Writing in the eighth century B.C., the prophet writes words of comfort for the people of Judah who would be taken into exile by the Babylonians in the sixth century B.C.  God’s light – his glory would be revealed in the midst of the darkness of exile.  He would act to bring his people back and restore them to the land of Judah.
          Yet Isaiah’s words point to something even bigger than this.  The saving action by God in the sixth century B.C. pointed forward to something even great that God would do.  The exile and its suffering was simply one manifestation of a deeper problem that plagues all people.  It was simply one way that sin manifests its presence in the world.
          This darkness afflicts your life.  You experience it in the pain and suffering that come your way. But even more so, you perceive it in the thoughts you have, the things you say and the things you do – or fail to do.  You find that most of all, you are into … you.  Selfishness and self-service guide the way you deal with others. This is bad enough. But then on top of this, you find it so easy to act in petty, vindictive and just plain mean spirited ways with others.
          This is the darkness that covered the earth.  This is the darkness that covered that peoples.  And then, in the first century A.D., God did something about it.  Light entered into the darkness as the glory of the Lord was revealed in the incarnate Son of God.
          During the season of Epiphany we rejoice in the fact that the light of the glory of God appeared in Jesus Christ.  The word “epiphany” comes from a Greek word that means “to appear” or “to shine.”  We give thanks that the salvation of God appeared in our world through Jesus and began to shine forth.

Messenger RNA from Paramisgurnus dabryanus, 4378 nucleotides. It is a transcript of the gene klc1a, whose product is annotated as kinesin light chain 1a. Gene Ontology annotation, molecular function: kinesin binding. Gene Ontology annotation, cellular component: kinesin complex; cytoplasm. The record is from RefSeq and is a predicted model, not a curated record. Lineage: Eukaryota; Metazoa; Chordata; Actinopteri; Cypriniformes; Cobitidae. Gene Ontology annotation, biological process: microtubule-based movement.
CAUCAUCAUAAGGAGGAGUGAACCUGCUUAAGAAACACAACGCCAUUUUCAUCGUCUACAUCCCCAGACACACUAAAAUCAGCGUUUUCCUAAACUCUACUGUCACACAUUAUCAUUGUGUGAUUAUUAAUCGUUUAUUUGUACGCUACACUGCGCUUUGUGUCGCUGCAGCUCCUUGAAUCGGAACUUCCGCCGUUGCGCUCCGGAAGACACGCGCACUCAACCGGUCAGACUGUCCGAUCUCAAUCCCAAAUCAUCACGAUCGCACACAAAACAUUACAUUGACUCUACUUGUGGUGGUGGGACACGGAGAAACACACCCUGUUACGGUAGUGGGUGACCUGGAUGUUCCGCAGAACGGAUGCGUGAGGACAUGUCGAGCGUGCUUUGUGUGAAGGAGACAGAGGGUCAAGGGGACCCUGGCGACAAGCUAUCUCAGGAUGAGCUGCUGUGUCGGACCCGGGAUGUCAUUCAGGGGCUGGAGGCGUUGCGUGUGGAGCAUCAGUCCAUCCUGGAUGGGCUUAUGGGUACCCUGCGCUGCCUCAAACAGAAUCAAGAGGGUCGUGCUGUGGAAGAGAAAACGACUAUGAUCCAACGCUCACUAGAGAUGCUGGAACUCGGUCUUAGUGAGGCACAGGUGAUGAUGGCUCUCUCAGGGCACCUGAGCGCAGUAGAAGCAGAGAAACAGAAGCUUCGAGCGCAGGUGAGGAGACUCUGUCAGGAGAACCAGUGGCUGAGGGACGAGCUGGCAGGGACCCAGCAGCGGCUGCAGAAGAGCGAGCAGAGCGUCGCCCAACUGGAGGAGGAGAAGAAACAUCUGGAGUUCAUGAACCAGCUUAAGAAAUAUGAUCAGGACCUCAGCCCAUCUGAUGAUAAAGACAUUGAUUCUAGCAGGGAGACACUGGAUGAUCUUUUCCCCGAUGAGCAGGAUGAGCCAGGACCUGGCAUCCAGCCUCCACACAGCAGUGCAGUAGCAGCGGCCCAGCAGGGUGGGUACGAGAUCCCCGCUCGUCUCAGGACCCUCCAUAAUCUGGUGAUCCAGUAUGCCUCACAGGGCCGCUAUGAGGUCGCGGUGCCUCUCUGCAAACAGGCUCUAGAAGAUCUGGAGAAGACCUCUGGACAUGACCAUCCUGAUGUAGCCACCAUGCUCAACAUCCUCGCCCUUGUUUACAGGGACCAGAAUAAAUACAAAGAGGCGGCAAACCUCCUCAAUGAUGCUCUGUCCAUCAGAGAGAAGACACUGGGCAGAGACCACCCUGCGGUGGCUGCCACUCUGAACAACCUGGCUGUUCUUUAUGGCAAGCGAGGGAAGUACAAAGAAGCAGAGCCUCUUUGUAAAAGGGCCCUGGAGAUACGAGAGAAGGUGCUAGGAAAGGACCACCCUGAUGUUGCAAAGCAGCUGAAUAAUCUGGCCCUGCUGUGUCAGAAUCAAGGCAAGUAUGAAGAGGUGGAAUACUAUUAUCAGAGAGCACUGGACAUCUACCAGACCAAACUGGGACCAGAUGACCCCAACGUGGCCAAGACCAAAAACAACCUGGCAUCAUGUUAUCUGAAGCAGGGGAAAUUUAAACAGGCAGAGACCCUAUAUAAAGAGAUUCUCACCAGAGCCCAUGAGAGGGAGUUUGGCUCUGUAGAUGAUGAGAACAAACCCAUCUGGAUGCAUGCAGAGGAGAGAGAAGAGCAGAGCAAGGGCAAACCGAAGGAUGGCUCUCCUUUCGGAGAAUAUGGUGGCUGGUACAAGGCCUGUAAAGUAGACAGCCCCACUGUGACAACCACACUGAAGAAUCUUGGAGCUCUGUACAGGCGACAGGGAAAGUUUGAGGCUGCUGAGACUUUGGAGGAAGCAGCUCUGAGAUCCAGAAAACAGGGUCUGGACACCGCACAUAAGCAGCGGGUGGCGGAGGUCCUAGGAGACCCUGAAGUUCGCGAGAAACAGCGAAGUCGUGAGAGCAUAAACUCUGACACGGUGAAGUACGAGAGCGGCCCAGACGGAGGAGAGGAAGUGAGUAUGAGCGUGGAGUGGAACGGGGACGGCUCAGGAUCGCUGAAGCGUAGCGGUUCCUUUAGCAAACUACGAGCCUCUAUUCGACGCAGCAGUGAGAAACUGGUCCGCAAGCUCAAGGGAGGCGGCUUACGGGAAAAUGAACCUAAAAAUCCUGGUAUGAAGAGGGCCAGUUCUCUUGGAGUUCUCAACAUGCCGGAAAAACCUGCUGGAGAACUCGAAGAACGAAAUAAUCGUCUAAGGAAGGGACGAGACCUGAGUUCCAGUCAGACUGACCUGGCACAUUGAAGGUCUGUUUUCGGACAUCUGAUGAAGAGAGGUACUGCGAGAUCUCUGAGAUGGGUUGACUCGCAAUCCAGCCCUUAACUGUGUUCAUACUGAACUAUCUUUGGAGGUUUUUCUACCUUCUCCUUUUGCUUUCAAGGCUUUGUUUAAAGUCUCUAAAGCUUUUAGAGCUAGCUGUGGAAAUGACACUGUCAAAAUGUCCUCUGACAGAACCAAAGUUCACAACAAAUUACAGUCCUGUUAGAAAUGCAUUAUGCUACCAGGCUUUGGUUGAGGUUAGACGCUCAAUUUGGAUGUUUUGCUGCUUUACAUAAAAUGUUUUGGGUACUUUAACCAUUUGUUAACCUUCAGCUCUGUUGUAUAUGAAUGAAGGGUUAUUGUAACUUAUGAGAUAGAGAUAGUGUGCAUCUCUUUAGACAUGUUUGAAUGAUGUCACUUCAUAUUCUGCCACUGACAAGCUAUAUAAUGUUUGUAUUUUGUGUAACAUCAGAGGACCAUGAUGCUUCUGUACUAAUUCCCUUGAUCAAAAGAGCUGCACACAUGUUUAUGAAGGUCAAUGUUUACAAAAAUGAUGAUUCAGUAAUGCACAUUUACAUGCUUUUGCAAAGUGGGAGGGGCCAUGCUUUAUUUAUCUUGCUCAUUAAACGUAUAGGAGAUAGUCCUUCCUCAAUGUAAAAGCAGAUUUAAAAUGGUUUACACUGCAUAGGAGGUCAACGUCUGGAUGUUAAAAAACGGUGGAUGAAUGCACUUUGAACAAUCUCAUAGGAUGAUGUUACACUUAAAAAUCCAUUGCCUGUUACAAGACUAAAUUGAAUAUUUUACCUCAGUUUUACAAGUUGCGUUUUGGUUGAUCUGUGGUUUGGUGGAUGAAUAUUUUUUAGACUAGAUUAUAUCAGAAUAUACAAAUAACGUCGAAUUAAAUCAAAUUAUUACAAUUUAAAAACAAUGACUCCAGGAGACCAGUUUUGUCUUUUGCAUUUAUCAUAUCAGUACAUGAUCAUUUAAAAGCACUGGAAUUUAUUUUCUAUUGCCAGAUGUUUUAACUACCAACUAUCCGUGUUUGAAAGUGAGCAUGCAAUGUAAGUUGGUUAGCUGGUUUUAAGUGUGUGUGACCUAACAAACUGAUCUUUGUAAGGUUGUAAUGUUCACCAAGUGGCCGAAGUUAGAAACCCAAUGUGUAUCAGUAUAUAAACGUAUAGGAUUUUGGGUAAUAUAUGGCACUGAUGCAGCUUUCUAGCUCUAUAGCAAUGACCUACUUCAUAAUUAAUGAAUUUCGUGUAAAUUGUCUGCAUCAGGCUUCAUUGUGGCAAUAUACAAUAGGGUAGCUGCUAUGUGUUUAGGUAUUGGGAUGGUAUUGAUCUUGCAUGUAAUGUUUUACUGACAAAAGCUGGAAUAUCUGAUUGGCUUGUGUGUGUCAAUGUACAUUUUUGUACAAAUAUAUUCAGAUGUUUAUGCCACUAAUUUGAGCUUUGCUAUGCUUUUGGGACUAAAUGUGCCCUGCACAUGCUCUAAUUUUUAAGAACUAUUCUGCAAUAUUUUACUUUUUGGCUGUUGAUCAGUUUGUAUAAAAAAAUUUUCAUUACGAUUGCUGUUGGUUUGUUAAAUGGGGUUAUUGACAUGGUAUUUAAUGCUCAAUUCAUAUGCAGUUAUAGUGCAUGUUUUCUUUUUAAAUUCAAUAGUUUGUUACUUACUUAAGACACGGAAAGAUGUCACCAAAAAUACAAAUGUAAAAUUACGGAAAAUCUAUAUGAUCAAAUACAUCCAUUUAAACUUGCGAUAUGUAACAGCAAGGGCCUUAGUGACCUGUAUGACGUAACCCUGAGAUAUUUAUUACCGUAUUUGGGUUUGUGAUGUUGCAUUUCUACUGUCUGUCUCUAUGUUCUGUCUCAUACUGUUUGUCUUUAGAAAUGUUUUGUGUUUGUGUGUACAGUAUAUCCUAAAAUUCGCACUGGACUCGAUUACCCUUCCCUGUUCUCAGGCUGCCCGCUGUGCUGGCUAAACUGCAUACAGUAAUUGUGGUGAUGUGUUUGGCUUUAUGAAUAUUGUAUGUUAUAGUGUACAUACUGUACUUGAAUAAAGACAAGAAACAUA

Tonight our Gospel lesson describes how God’s saving glory in Christ was revealed to Gentile magi through the light of a star. They saw a star at its rising, and interpreted this to mean that a king of the Jews had been born. Eventually, after stopping at Jerusalem, the star not only appeared, but even guided them to where the child Jesus was located in Bethlehem.  These Gentiles brought with them expensive gifts - gold and frankincense and myrrh – and gave them to Jesus.
          Knowing what happened with Jesus, it is of course impossible to hear the word’s of our Old Testament lesson and not think about the visit by the magi.  Isaiah writes, “And nations shall come to your light, and kings to the brightness of your rising.”  He says, “A multitude of camels shall cover you, the young camels of Midian and Ephah; all those from Sheba shall come.  They shall bring gold and frankincense, and shall bring good news, the praises of the Lord.”
          Jesus Christ came as light into darkness.  He came to bring light into the darkness of sin. But in order to do this he submitted himself to darkness.  In the darkness of Good Friday he suffered God’s judgment against your sin. As Paul tells us, he was made to be sin for you.  He suffered the darkness of death for you and was buried in a sealed tomb.